Australian writer Yang Hengjun has received a suspended death sentence from a Chinese court, marking the culmination of a five-year ordeal since his arrest on charges of spying.
According to Australian officials, there is a possibility that the sentence could be changed to life imprisonment after two years.
Dr Yang, a scholar and novelist who frequently discussed Chinese state affairs on his blog, has vehemently denied the charges, which have not been disclosed to the public.
The Australian government expresses deep disappointment with the outcome.
Following a significant visit to China by Prime Minister Anthony Albanese in the past year, efforts were made to enhance relations that had been declining in recent times.
Foreign Minister Penny Wong has requested a meeting with China’s Ambassador to Australia to seek clarification. She emphasised that the government will express its concerns to Beijing firmly.
“In a statement, she emphasised the importance of upholding basic standards of justice, procedural fairness, and humane treatment for Dr. Yang, in line with international norms and China’s legal obligations.”
“It is a shared desire among Australians to witness the reunion of Dr Yang with his family. We will continue to persist in our advocacy.
Australian officials have expressed their concerns about his treatment in the past, but China’s foreign ministry has cautioned them against interfering in the case and urged them to respect the nation’s “judicial sovereignty”.
According to Chinese foreign ministry spokesperson Wang Wenbin, Dr Yang’s case has been thoroughly addressed in accordance with the law, ensuring that his legal and consular rights were respected.
Supporters of Dr Yang have characterised his detention as an act of political persecution.
“He has faced consequences from the Chinese government due to his outspokenness against human rights abuses in China and his unwavering support for universal values like human rights, democracy, and the rule of law,” shared his friend, Feng Chongyi, a Sydney academic, in an interview with the BBC.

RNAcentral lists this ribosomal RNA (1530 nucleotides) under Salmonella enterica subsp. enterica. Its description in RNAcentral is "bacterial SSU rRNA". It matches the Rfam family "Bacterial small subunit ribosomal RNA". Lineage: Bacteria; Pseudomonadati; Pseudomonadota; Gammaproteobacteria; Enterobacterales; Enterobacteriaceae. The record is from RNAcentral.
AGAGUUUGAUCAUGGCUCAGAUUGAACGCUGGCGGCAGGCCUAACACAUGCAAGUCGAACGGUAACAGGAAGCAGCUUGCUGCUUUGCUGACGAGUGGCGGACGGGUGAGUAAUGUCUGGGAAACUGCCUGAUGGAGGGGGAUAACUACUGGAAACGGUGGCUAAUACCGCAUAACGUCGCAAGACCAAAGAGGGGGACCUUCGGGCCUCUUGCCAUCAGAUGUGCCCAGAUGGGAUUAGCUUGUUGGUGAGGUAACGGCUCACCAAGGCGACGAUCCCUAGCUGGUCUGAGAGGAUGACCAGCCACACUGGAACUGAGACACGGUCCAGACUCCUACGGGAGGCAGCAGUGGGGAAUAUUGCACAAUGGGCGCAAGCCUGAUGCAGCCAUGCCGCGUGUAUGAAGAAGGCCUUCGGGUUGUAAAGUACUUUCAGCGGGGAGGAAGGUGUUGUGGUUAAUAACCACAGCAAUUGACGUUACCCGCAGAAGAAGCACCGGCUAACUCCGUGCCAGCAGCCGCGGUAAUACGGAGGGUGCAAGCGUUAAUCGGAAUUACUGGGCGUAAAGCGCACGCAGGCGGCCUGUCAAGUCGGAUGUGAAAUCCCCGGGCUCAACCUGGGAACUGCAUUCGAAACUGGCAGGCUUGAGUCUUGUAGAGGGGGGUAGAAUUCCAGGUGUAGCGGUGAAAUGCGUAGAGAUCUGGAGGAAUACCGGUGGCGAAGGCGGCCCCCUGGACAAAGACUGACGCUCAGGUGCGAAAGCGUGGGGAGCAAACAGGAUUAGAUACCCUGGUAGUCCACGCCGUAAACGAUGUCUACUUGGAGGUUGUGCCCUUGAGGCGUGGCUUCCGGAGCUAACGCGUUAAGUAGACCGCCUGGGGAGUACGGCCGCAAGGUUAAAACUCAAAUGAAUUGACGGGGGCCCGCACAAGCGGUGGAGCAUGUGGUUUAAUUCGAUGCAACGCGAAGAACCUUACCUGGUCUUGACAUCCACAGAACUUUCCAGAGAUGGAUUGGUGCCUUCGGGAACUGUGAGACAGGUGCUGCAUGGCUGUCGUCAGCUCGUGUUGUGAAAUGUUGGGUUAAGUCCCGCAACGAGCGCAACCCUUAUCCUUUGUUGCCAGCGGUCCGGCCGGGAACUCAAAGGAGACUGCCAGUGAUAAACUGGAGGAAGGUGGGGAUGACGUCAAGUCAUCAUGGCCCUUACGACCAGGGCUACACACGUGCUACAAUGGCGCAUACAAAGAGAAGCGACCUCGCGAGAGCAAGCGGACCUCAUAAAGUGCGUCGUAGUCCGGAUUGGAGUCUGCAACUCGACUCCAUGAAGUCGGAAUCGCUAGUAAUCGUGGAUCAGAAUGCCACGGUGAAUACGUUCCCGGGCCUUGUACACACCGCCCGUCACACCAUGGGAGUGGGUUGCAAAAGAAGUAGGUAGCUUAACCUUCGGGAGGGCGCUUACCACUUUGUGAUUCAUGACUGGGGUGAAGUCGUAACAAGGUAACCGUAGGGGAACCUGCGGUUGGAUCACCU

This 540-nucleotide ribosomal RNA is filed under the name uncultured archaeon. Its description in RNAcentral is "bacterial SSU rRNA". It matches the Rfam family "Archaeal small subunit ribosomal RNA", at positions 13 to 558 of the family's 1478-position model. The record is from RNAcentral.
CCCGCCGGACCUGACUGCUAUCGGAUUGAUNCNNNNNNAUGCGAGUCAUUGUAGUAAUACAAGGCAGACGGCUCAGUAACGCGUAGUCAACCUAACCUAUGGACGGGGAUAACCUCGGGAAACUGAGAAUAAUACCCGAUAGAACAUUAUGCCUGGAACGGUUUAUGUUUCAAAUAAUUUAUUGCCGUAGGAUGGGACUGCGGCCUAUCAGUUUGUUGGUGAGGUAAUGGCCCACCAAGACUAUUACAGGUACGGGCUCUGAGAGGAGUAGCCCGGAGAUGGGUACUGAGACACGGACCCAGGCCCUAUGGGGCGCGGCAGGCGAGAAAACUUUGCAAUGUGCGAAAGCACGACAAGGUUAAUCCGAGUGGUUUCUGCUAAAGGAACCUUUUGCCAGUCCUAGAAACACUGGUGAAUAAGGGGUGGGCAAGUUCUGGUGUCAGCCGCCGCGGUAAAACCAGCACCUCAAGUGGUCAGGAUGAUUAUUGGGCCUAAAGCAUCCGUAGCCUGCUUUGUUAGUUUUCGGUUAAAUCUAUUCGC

Dr Yang, who previously worked for China’s Ministry of State Security, earned the nickname “democracy peddler” due to his thought-provoking writings that skillfully navigated around direct criticisms of the government.
In January 2019, he travelled to Guangzhou with his wife and her child, who are Chinese citizens, on a visa run. However, upon his arrival at the airport, he was intercepted.
The 58-year-old’s case has largely developed away from public view since then, including a trial held in private in 2021.
According to Elaine Pearson, the Asia Director of Human Rights Watch, there are numerous concerns about due process in his case, and the result is extremely shocking.
“He has experienced delays and restrictions in obtaining legal representation, a trial conducted in secrecy – and Yang himself has claimed to have been subjected to torture and coerced into making confessions during his interrogations,” she informed the BBC.
According to Ms Wong, Dr Yang still has options for appeal. However, his sons based in Australia have expressed concerns about his declining health and lack of medical care.
Prior to Mr Albanese’s visit to Beijing last November, Dr Yang’s sons reached out to the prime minister, seeking assistance in securing their father’s release due to his deteriorating health.
The detention of the individual, along with the Australian journalist in 2020, had a negative impact on the relationship between Beijing and Canberra. However, the change of government in Australia in 2022 has helped to stabilise the relations between the two countries.
According to Lowy Institute senior fellow Richard McGregor, the recent sentence given to Dr. Yang is expected to have a significant impact on the relationship between the two countries.
“The wide screen reveals the true nature of the Chinese legal system – its lack of transparency, resistance to reasonable requests from foreign governments for their citizens, and its harsh treatment of those who dare to question it,” he remarked.
“This sentence is incredibly surprising and far beyond any expectations.” It is evident that he will spend the rest of his life behind bars.